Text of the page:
Written by Leah Williams
Art by Felipe Andrade
Published by Marvel Comics
Remember that wonderful What If? Magik issue that showed fans what might have been if Doctor Strange had given Magik proper tutelage in the mystic arts? If you don’t, you should go read it right now. Then you can appreciate the fact that the creative team behind that issue, writer Leah Williams and artist Felipe Andrade, are back for Doctor Strange: The End. This issue imagines what the final story of the Sorcerer Supreme might be like, casting him in a cyberpunk future where the world has forgotten magic ever existed. This one looks to be a real treat for fans of Doctor Strange or unorthodox Marvel stories. -- Jamie Lovett
Written by Marguerite Bennett
Art by Simone Di Meo
Published by BOOM! Studios
Marguerite Bennett and Simone Di Meo delivered a Power Rangers story like no other before it in "Beyond the Grid," and fans can read the thrilling conclusion to the story of the Solar Rangers in Mighty Morphin Power Rangers Vol. 10. The new trade collects Mighty Morphin Power Rangers issues #35 through #39, and not only features a jaw-dropping final battle courtesy of Di Meo’s gorgeous visuals, but also a heartfelt story with some of the franchise’s most adored Rangers. For something that expands what a Power Rangers story can really be, look no further than Beyond the Grid. — Matthew Aguilar
Written by Marjorie Liu
Art by Sana Takeda
Published by Image Comics
Monstress returns this week and it is, as always, one of those books that the moment you know it's coming back, you just need to make sure you get it in your hot little hands. It's an always exquisite book that offers not only lush, gorgeous art, but some truly sobering and complex moments, narrative-wise, that shows the true cost of war. Last we visited Monstress' world, there was a massive twist so almost anything is possible in this new issue, but whatever it brings, you want to be there. It's always just that good. -- Nicole Drum
Written by Simon Roy, Daniel M. Bensen
Art by Artyom Trakhanov
Published by Image Comics
What happens when you take the post-apocalyptic world like that of Mad Max and filter through an aesthetic lens heavily influenced by the works of Hayao Miyazaki and Robert E. Howard? You get Protector from Image Comics. The series is written by Simon Roy and Daniel M Benssen with stunning artwork by Artyom Trakhanov and takes place in a future where society in North America has fallen apart. The book looks like nothing else on your local shop's new release shelf. If you have an itch for fantasy, sci-fi, or post-apocalyptic fiction, Protector looks like it will scratch all three at once and leave you begging for more. -- Jamie Lovett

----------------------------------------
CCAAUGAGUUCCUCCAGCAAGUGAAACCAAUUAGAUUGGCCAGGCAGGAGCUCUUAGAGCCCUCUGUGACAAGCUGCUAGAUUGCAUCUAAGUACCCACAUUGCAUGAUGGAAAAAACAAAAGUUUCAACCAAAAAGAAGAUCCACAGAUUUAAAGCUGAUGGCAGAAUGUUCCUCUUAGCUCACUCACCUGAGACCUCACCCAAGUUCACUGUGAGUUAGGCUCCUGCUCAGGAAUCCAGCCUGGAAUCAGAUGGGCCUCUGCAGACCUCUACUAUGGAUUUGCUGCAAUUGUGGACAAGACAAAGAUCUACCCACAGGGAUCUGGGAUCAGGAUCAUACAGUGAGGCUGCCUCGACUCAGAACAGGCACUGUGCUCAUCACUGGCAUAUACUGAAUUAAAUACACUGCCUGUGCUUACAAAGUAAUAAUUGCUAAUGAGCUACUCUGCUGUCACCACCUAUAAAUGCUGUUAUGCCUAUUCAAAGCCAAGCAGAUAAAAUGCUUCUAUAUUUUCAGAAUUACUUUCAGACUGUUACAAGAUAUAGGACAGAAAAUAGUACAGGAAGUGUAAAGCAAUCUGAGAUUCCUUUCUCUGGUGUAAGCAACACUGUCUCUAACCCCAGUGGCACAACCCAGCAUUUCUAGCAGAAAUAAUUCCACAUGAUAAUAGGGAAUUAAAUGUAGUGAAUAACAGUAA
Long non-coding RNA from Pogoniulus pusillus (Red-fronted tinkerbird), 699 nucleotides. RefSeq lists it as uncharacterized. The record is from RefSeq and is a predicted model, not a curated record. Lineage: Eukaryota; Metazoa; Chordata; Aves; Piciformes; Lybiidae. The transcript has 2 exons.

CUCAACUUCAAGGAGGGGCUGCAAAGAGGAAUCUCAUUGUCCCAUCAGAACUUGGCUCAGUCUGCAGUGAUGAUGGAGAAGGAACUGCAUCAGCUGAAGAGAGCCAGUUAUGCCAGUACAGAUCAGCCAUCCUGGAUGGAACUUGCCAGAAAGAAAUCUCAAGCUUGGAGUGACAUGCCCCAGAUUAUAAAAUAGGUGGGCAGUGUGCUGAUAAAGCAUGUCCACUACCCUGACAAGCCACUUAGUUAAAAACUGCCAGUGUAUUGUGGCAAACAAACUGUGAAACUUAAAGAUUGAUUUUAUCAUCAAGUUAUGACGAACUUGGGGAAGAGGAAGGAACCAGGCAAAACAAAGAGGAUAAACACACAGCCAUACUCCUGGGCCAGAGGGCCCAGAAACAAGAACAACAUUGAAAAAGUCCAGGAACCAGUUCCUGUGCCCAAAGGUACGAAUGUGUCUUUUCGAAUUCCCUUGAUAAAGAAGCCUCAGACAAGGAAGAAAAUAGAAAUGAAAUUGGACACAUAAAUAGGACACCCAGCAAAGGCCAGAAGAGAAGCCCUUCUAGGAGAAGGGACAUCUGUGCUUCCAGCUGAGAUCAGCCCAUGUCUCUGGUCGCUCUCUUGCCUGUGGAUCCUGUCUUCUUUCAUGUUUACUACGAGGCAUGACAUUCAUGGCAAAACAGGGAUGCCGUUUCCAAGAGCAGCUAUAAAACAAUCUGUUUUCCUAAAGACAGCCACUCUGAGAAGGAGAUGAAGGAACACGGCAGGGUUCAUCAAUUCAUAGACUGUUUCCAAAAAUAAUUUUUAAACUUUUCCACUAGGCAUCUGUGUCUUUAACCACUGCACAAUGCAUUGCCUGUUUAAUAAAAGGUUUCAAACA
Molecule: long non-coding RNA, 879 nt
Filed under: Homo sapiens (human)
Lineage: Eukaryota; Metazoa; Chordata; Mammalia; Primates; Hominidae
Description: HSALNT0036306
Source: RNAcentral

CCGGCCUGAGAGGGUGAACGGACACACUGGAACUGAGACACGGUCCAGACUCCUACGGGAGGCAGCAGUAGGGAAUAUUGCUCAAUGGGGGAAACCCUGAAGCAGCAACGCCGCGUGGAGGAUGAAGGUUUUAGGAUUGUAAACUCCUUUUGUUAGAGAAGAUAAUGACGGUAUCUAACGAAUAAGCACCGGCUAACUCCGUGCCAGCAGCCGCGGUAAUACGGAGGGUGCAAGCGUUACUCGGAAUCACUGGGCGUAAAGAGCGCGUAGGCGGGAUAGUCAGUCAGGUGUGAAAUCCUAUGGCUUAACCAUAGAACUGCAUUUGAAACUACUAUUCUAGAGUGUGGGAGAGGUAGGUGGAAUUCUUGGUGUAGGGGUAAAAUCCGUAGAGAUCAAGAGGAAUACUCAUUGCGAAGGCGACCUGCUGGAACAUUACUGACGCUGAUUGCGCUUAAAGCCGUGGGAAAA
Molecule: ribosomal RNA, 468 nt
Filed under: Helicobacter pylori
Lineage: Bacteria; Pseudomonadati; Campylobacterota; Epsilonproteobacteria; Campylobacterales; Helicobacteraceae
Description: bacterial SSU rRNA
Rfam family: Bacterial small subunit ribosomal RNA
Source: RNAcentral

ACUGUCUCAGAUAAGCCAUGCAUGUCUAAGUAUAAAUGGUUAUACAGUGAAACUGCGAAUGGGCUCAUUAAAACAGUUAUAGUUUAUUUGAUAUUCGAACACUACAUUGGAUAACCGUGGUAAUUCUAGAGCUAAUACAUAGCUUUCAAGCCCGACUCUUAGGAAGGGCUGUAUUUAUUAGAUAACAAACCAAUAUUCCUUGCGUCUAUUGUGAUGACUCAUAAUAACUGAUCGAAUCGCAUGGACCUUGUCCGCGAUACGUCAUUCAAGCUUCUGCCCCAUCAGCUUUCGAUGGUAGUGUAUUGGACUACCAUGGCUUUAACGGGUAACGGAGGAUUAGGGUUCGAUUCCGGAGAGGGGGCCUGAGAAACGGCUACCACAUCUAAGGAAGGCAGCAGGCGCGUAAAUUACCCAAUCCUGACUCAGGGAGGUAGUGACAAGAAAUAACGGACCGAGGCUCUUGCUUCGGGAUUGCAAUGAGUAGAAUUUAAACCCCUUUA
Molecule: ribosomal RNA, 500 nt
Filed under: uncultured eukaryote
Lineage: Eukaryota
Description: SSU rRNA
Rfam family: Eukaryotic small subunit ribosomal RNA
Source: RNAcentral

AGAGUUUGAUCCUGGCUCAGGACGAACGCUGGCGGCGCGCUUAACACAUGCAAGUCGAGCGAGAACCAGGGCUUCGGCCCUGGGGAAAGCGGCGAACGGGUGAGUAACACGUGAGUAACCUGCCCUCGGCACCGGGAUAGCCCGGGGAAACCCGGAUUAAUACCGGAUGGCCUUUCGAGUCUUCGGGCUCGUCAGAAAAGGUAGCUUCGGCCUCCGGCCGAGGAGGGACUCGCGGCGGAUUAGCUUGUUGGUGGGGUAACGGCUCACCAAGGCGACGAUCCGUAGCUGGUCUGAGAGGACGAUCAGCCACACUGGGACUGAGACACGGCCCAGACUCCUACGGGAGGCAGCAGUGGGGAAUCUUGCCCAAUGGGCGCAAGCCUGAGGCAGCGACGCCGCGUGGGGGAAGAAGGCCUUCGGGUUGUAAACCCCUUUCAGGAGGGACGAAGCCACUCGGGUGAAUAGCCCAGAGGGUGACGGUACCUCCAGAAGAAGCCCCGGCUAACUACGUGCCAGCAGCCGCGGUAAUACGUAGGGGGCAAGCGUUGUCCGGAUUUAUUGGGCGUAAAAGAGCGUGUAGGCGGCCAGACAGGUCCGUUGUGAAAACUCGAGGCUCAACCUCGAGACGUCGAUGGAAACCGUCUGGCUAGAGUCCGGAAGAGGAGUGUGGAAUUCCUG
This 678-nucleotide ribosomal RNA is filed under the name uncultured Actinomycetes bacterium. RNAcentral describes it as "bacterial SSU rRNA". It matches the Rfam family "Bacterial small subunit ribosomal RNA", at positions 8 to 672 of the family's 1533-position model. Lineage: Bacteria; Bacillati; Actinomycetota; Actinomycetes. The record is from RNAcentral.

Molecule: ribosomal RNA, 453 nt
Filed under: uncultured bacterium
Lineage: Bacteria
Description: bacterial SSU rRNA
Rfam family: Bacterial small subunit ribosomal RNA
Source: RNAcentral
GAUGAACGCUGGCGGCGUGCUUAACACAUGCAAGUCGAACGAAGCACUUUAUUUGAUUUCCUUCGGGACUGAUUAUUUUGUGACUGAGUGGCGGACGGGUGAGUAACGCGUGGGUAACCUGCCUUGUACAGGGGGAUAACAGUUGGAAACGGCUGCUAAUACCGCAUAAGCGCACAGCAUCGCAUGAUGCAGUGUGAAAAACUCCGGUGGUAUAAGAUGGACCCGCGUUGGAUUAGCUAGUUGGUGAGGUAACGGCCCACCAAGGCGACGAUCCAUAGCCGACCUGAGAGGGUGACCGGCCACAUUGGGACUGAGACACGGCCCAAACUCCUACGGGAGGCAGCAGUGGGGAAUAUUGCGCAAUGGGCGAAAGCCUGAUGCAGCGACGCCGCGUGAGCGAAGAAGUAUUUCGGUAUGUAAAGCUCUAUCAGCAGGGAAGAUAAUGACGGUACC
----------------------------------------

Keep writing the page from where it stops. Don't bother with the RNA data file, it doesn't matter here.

Quantum & Woody is a superhero series with a well-earned reputation for hilarity. The odd couple dynamics combined with ludicrous sci-fi conceits allows for its titular duo to engage in recognizably human banter even as their circumstances draw ever closer to pure dada. That set up is perfect for the series’ newest creative team which combines Christopher Hastings of Dr. McNinja fame with the inimitable Ryan Browne coming off the recently completed Curse Words. Both creators have a knack for pushing comics in absurd directions with concepts and designs that couldn’t be delivered in any other medium. However, what has me most excited about this five-issue miniseries is that both creators can capably deliver a bit of sincerity even in the most bizarre sequences. It’s a perfect team for Valiant’s most imperfect team, and it should be a ridiculous amount of fun to read. -- Chase Magnett
Sex Criminals is finally back from a year-and-a-half-long hiatus, and it seems like this return will be worth the wait. This issue, which kicks off the series’ final arc, helps readers get reacquainted with Jon, Suzie, and company — while also using the amount of time away to a bit of an advantage. Sex Criminals # 26 is just as weird, horny, and profound as the series has ever been, and it will be fascinating to see how they stick the landing in the issues to come. — Jenna Anderson
Cassandra Cain is the latest DC Comics heroine to get the DC Ink and Zoom treatment, and it’s safe to say that her story is a perfect fit for the line. This graphic novel sees Cassandra embracing her heroic side - and the mantle of Batgirl, who has been missing in Gotham for years - after her father poses a threat to the world she loves. With stellar work from writer Sarah Kuhn and artist Nicole Goux, Shadow of the Batgirl is a great new take on Cassandra Cain’s origin story, which is sure to inspire readers of all ages. — Jenna Anderson